Post ride dip?

More national coverage for Cycling in Devon, this time from an article in the Guardian.

Lesley Gillilan takes a relaxed ride around Plymouth’s historical hotspots

Route information

Length 2 miles (plus an extra 3 miles to Saltram)

Duration Between 30 minutes and half a day (depending on stops and detours)

Start Barbican harbour

Finish Royal William Yard

Classification Easy

Who’s it good for? A day out with partners or friends, or families with kids

Map OS Landranger 201 or Explorer 108

Barbican harbour to Royal William Yard

The short urban ride from Plymouth’s Barbican harbour to Royal William Yard can take less than half an hour but it’s a great introduction to Britain’s “Ocean City” – its rich maritime history, its two river estuaries (the Plym and the Tamar) and the watery splendour of Plymouth Sound, one of the world’s finest natural harbours.

Following the Waterfront Walkway, the ride is an established part of National Cycle Network route 27, but in a push to make Plymouth more appealing to cyclists, it’s just been treated to a Lottery-funded upgrade – adding waymarked signs and cycle lanes. Local bike shop and cafe, Rockets and Rascals, has introduced a cycling hub at either end of the route so riders can pick up a hire bike on the Barbican and drop it off at Royal William Yard (or vice versa). And numerous connecting cycle routes mean you can easily extend the ride into the Devon countryside or across the river Tamar into Cornwall.

I started at Royal William Yard, an iconic 1830s naval victualling depot now being redeveloped as an urban waterfront village. Bumping across cobbles, I passed through the arched entrance, and ventured on to Cremyll Street in Georgian Stonehouse – one of few areas of the city to survive the Plymouth blitz.

Dedicated cycle lanes took me up to Millbay, a former red light district currently being cleaned up with shiny new apartments. At the entrance to Millbay port – where you can catch a ferry to Brittany – it gets a bit busier (there are plans to divert cyclists on a safer route) but within minutes I was on the quiet, traffic-calmed streets of Plymouth Hoe, with its seaside park, cliff-hung terraces and spectacular views.

Here, I stopped to look down at Tinside Lido, an art deco classic open to swimmers in the summer (adults £4, kids £3) and up at Smeaton’s Tower, an 18th-century lighthouse often open to the public. On the parkland by the tower, where Sir Francis Drake finished a game of bowls before setting off to defeat the Spanish Armada, I watched a massive navy frigate slide past Drake’s Island.

Nipping around the Royal Citadel, a 17th-century fort still in use, the ride drops down to the cobbled streets and salty quays of the Barbican’s Elizabethan harbour, where cafe tables spill on to waterfront pavements, fishing boats jostle with super-yachts and flags fly over the Mayflower Steps.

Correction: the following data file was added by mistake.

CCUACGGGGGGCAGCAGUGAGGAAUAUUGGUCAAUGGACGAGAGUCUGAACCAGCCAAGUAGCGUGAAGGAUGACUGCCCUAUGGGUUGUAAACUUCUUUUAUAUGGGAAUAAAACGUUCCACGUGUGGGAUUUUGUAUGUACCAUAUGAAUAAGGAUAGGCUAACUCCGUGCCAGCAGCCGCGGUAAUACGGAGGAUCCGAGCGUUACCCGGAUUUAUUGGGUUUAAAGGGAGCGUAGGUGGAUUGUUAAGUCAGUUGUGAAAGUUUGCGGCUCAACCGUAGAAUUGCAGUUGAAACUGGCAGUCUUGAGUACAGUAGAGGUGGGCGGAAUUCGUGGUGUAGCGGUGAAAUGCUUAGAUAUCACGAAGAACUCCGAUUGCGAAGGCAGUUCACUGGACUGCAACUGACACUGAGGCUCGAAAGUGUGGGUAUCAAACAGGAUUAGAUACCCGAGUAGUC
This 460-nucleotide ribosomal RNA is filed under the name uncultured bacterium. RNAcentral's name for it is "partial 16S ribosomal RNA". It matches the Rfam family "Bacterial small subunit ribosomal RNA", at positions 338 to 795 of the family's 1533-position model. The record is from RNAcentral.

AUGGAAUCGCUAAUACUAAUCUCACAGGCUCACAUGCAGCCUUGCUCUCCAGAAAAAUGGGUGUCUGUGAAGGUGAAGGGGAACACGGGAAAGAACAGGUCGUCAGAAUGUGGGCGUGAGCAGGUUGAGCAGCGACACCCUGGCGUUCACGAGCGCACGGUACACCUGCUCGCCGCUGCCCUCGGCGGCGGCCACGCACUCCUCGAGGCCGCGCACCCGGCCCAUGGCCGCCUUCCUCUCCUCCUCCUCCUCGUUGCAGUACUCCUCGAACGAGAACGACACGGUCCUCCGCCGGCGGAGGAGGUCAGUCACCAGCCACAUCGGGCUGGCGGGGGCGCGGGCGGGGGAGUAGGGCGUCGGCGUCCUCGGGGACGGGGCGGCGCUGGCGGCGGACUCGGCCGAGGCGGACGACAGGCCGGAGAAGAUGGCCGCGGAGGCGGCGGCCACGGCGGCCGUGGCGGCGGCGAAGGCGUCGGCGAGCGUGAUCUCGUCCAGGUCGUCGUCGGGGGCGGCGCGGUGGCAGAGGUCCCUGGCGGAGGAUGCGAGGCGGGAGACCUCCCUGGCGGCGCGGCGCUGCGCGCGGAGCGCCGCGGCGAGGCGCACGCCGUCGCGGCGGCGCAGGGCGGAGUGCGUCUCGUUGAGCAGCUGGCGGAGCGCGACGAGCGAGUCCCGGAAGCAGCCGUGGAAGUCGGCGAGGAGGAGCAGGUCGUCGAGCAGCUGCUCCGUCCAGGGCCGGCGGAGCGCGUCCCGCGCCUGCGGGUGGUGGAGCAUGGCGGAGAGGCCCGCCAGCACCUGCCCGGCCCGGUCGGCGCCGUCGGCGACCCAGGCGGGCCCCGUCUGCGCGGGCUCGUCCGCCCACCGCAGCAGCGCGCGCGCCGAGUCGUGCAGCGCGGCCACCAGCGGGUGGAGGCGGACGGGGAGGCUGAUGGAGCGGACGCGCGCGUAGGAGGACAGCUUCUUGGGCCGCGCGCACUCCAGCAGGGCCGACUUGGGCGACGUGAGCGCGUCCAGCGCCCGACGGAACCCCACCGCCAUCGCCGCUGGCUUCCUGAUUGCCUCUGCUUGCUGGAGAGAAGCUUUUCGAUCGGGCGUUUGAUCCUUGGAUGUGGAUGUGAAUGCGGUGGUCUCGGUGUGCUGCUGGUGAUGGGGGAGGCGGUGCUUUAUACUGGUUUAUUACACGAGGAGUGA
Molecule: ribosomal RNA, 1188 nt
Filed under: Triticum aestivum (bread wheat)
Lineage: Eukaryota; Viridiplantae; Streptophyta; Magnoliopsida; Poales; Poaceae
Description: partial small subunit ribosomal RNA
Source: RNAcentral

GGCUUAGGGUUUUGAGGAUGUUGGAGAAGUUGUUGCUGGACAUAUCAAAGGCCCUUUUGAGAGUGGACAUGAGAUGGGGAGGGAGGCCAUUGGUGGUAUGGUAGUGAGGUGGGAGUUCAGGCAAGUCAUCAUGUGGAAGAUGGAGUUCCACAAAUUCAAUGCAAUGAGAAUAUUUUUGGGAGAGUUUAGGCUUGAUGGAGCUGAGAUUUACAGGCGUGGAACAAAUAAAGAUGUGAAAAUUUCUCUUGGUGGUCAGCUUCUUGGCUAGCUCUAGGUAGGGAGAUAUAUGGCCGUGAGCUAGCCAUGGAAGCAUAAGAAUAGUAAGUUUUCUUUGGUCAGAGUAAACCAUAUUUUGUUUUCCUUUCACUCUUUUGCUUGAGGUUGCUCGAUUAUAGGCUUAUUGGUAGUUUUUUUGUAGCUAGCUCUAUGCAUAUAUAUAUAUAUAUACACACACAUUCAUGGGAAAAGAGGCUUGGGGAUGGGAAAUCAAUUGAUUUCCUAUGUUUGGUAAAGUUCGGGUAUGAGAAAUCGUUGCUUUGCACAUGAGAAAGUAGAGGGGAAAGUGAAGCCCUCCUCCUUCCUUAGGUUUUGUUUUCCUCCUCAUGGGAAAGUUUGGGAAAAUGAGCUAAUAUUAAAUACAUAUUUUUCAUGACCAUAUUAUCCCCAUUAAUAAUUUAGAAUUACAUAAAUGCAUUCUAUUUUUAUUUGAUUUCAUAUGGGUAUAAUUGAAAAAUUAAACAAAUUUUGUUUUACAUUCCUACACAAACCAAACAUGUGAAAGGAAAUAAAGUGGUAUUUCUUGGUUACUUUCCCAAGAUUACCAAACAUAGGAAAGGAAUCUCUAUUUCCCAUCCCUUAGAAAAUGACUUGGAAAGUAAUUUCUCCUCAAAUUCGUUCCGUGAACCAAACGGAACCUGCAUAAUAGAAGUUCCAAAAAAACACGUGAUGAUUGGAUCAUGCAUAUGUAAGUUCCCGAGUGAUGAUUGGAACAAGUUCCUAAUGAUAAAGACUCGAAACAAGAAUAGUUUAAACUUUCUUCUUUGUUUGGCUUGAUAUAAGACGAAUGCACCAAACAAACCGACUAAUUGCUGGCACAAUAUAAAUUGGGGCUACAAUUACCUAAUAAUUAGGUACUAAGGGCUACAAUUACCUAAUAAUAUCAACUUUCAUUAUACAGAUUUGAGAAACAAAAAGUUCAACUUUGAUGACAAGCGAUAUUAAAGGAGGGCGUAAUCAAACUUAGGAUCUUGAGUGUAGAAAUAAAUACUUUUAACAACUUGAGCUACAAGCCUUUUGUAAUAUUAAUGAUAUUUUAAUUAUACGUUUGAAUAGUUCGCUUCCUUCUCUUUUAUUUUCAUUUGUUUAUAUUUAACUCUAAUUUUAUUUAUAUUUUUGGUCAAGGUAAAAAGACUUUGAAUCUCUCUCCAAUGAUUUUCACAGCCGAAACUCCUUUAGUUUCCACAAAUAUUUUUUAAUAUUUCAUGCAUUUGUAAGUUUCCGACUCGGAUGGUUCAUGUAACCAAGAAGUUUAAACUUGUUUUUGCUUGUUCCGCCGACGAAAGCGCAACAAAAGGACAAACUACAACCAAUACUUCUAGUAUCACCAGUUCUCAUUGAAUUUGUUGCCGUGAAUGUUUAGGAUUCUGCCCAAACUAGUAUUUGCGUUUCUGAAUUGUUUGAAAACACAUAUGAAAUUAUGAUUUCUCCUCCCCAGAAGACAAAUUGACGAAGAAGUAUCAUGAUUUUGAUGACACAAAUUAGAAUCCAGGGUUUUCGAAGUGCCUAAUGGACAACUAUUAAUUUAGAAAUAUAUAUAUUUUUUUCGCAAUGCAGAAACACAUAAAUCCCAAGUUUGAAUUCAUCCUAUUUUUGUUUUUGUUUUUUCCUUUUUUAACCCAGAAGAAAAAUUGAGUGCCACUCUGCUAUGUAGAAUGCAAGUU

From here, you can take a ferry back to Royal William, or push on to the National Trust’s magnificent Georgian mansion at Saltram , via a section of the Plym Valley Trail. Later, back at Royal William Yard, I took another detour to Admiral’s Hard, where I boarded the little foot ferry that chugs across the Tamar estuary into Cornwall and the Mount Edgcumbe Estate. With 865 acres of seaside country park, the estate offers miles of free, easy off-road cycling – lined with picturesque ruins, woodland, deer park, forts and views across the bay.

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Useful information

How to get there
Plymouth is on the First Great Western mainline between London Paddington and Penzance. Brittany Ferries runs a route between Roscoff and Plymouth (from £29 one-way).

Where to eat and drink
Plymouth has a number of new restaurants, some opened by celebrity chefs and all on the waterfront route. At Royal William Yard, Hugh Fearnley- Whittingstall’s River Cottage Canteen serves seasonal dishes, local produce, line-caught fish and has views of the waterfront; and theRoyal William Bakery serves pastries, soups, pizzas, pies and fresh-bread breakfasts in a chamber of the old slaughterhouse. On the Hoe, the Dome, a former observatory visitor centre, is the venue for Gary Rhodes’s Kitchen and Bar – serving everything from teas and tapas to lunches and fine dining. Mitch Tonks’s latest and largest Rockfishventure, a blend of takeaway, posh chippy and seafood restaurant, is at the entrance to the Marine Aquarium. Around the corner, the Tanner Brothers’ Barbican Kitchen in the Plymouth Gin Distillery has fresh local dishes.

Where to stay
In Royal William Yard, a choice of loft-style apartments is offered by Blue Chip Holidays, including 73 Brewhouse, a duplex with two bedrooms, two bathrooms and views of the harbour (three-night breaks from £314). In Tavistock, Browns has rooms from £119.

Things to check out
On the Barbican, head for the National Marine Aquarium. Nearby, the Black Friars Gin Distillery offers tours of the medieval building home to Plymouth Gin since 1793. From the Mayflower Steps, take a Sound and Tamar Cruising (01752 253153, trip past the dockyards of the Tamar estuary or a ferry across the Sound to the Rame peninsula. From Plymouth station, explore the scenic line to Calstock, Gunnislake and the Tamar Valley with Great Scenic Railways; take your bike on the train and cycle back (around 15 miles).

Bike hire
Rockets and Rascals has hire options from £15 a day (including locks and helmets).

Cycling in Devon officially epic
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